The Show Me State temporarily became the No-Show State on Wednesday as some prominent Missouri Democrats decided they'd rather be somewhere else when President Obama came to push his massive health care overhaul plan.
Missouri Secretary of State Robin Carnahan, the all-but-certain Democratic nominee for the Senate seat being vacated by Republican Sen. Christopher S. "Kit" Bond, was "already locked in" to meetings in Washington, D.C., on Wall Street financial reforms, said her spokesman, Linden Zakula, who downplayed her absence for Mr. Obama's visit to St. Charles, just outside St. Louis.
"Yes, she could have been there, but she feels very strongly about the need for financial regulatory reform," Mr. Zakula said. "We've got eight months to go. ... I'm sure we'll be seeing him out on the campaign trail this fall."
But her spokesman didn't mention that Mrs. Carnahan was also in Washington for a Tuesday night $5,000-a-plate fundraiser at the home of Louisiana Sen. Mary Landrieu, who most recently made headlines for the secret backroom deal known as the "Louisiana Purchase," which would send $300 million in additional Medicaid taxpayer funding to her state.
Rep. Ike Skelton, one of 39 House Democrats who voted against the party's health care overhaul bill in December, also skipped the presidential stop in his home state. Mr. Skelton, chairman of the House Armed Services Committee, was taking part in a House floor debate on the future of the war in Afghanistan.
In addition, Rep. Russ Carnahan, a Democrat from St. Louis and Mrs. Carnahan's brother, skipped the event, even though it was in his home district.
Meanwhile, Sen. Claire McCaskill, Missouri Democrat and an early supporter of Mr. Obama's during his campaign who is not up for re-election until 2012, accompanied the president aboard Air Force One to the St. Louis event. Mr. Obama also scheduled a fundraising event for Mrs. McCaskill before returning to Washington.
The event could be an early sign of the draw of Mr. Obama's coattails on the campaign trail and whether the president will be seen as an asset or drawback for his party in what polls suggest will be a difficult midterm battle for Democrats.
The Missouri Republican Party mocked Mrs. Carnahan's absence, saying she certainly should have taken the opportunity to bask in the high-profile visit just eight months before the vote.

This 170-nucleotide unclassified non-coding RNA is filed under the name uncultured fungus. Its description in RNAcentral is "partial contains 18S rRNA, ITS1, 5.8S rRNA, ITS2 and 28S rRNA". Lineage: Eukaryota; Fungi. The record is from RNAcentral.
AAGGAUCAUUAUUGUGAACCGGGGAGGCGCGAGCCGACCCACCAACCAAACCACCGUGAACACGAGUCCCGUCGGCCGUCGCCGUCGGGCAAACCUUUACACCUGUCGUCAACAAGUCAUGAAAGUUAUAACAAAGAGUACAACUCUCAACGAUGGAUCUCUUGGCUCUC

"Barack Obama should be campaigning his heart out for Robin Carnahan - after all, Carnahan has pledged to rubber-stamp his agenda of a government takeover of health care, job-killing cap-and-tax, the failed stimulus bill and much more," said Lloyd Smith, executive director of the Missouri Republican Party.
"But maybe Obama sees the writing on the wall and realizes that Carnahan is way too liberal for Missouri," he said. "It appears that the White House has written off the Carnahan campaign. We are not aware of another example of the president ignoring a U.S. Senate candidate on the ballot in less than eight months and instead raising money for someone who is not up for re-election until 2012."
The Carnahan campaign seemed a bit miffed at the setup, saying that the planned fundraiser was an "Obama-McCaskill event." Asked why Mr. Obama is raising funds for a 2012 candidate, Mr. Zakula said: "You'll have to ask the White House."
A White House official who asked that his name not be used would not comment on whether Mrs. Carnahan was invited to the St. Charles event or why Mr. Obama was holding a fundraiser for a 2012 candidate. The official did say that Mrs. Carnahan "has expressed interest in holding an event with the president, and conversations are under way about getting that scheduled. We're looking forward to it."
A Democratic strategist said Mr. Obama has his eye on his own re-election campaign in 2012 as he holds events around the country leading up to the November midterm elections. But that may not help some candidates in swing states.
"The problem for candidates running in states like Missouri in 2010 is the Democrats are not responding to Obama the way they did in 2008 and it reminds independents why they are so angry," said Mary Anne Marsh.
Missouri belied its historically bellwether moniker in 2008, failing to pick the presidential winner for only the second time since 1904. Republican Sen. John McCain narrowly defeated Mr. Obama, winning by just more than 3,900 votes out of about 2.9 million cast. A Rasmussen poll in February showed Mr. Obama's approval rating at just 40 percent in Missouri.
The same conspicuous absences occurred Monday in Pennsylvania, a state Mr. Obama won by 10 percentage points in 2008.
While the president was accompanied by embattled Democratic Sen. Arlen Specter, Sen. Bob Casey and Rep. Chaka Fattah aboard Air Force One, several other Pennsylvania Democrats didn't elect to join him there, including Reps. Patrick J. Murphy, Christopher Carney and Tim Holden, three incumbents facing tough re-election battles.
Mrs. Carnahan, the daughter of former Sen. Jean Carnahan and former Gov. Mel Carnahan, faces little opposition in her primary Aug. 3, facing a virtual unknown, Francis Vangeli, who has voiced opposition to the Obama health care plan.
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